Five things to look for when exploring kata bunkai …
When exploring kata bunkai, I have several thoughts/steps/criteria that I take each kata technique through when exploring bunkai for that technique. For me to consider something a good technique, at least in my mind, the application in question must meet certain criteria.
And certainly, as with any rule, there can sometimes be exceptions. For instance, while Isshin-ryu Karate is essentially aggressive counter-striking, there may be a situation where you must strike first. If so, strike hard and strike fast.
But generally speaking, in karate we are defending ourselves from an attacker … meaning the attack is already underway. In the street, I am not really concerned about winning. I am much more concerned with not losing.
No first strike in karate (Karate ni sente nashi)
People like to argue about the meaning of this phrase, but I do take it quite literally, with the caveat mentioned above. The fact is, you cannot initiate an attack without creating an opening. The question is, does your training allow you to effectively take advantage of the opening your attacker has presented you? Even in the sport karate arena, and with all other things being equal, the toughest fighter to beat is typically the counter-fighter.
#1 – Begin your exploration of bunkai with the attacker moving first.
Remember, Daniel-san, best defense, no be there
Let your stance make you safe. In karate, you don’t fight from a stance. You transition into a stance as you execute a technique. This stance transition can do many things, including generating power or controlling the maai (distance of engagement). It can also break the line of attack, moving you to a stable position where you are safe from the attack and yet remain close enough to execute powerful striking techniques to vulnerable targets. And, if your stance makes you safe, your blocks and parries can be doing other things, such as repositioning your attacker.
#2 – The technique must break the line of attack.
A person’s unbalance is the same as weight
Often, this begins with the stance transition and involves whatever techniques (block, parry, strike, seize, etc.) that accompany the stance shift. At the completion of the initial exchange, the attacker should be either unbalanced or in a position of weakness and unable to protect themselves, or both. I often refer to this as “breaking Sanchin,” and there are many ways in which this can unfold. On the other hand, you should be in a position of strength and balance, with your weapons and their delivery mechanism ready to fire.
#3 – Break your attacker’s Sanchin.
Two hands meet in the air, suddenly enter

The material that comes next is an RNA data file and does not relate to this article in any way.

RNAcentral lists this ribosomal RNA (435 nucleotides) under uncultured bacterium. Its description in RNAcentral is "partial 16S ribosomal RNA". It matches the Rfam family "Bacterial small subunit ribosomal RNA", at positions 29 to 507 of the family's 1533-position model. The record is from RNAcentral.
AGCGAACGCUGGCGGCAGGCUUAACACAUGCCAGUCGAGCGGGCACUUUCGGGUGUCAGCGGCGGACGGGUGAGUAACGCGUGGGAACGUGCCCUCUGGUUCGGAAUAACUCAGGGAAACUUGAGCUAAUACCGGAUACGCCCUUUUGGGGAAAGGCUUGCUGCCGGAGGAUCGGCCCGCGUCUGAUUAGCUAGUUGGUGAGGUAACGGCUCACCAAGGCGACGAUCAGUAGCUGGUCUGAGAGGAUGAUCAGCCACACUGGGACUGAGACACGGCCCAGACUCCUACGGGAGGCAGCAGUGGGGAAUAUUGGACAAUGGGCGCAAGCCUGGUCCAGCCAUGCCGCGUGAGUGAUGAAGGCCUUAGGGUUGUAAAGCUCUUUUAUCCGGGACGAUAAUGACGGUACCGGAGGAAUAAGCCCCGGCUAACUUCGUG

Once your stance shift has made you safe, and you’ve engaged your attacker, placing him in a position of weakness, what next? Sensei had two primary concepts here that have always stuck with me.
Light Socket Principle (Hard): With this approach, your attacker should suddenly experience systemic shock. Sensei would explain it this way – If an attacker throws a punch at you, and then immediately feels like he was dragged across the floor and had his tongue inserted into a power outlet, he is not likely to throw that second punch.
“No Red Flag” Principle (Soft): Using this principle, if your attacker throws a punch and his brain is expecting a fight, and your technique sends no “fight” signals to back to his brain, but instead sends no signal, this will confuse his brain. His brain will have to analyze that unexpected turn of events. And by the time his brain figures out what is happening, it is already too late.
#4 – Include either the Light Socket Principle or the “No Red Flag” Principle in your technique.
The body must be able to change direction at all times
No “uncooperative” attacker will initiate one attack and then just stand there while you run through your favorite version of the Five Point Palm Exploding Heart Technique! Attackers can and will throw more than one technique. Any solid application of your technique must be able to handle that by either taking the opportunity for a second attack away, or by providing a means to block, parry, or otherwise shut down the next attack.
#5 – In applying your technique, you must be able to handle more than one attack. Look ahead to two or even three.
While this is certainly not a complete, exhaustive, or definitive exploration of what to look at when analyzing bunkai, it provides a pretty good place to start thinking about the application of kata technique and what you should be trying to achieve. It is simply what has worked for me and is a short list of some key elements I look at in bunkai. As with anything in the martial arts, you can always dig a little deeper.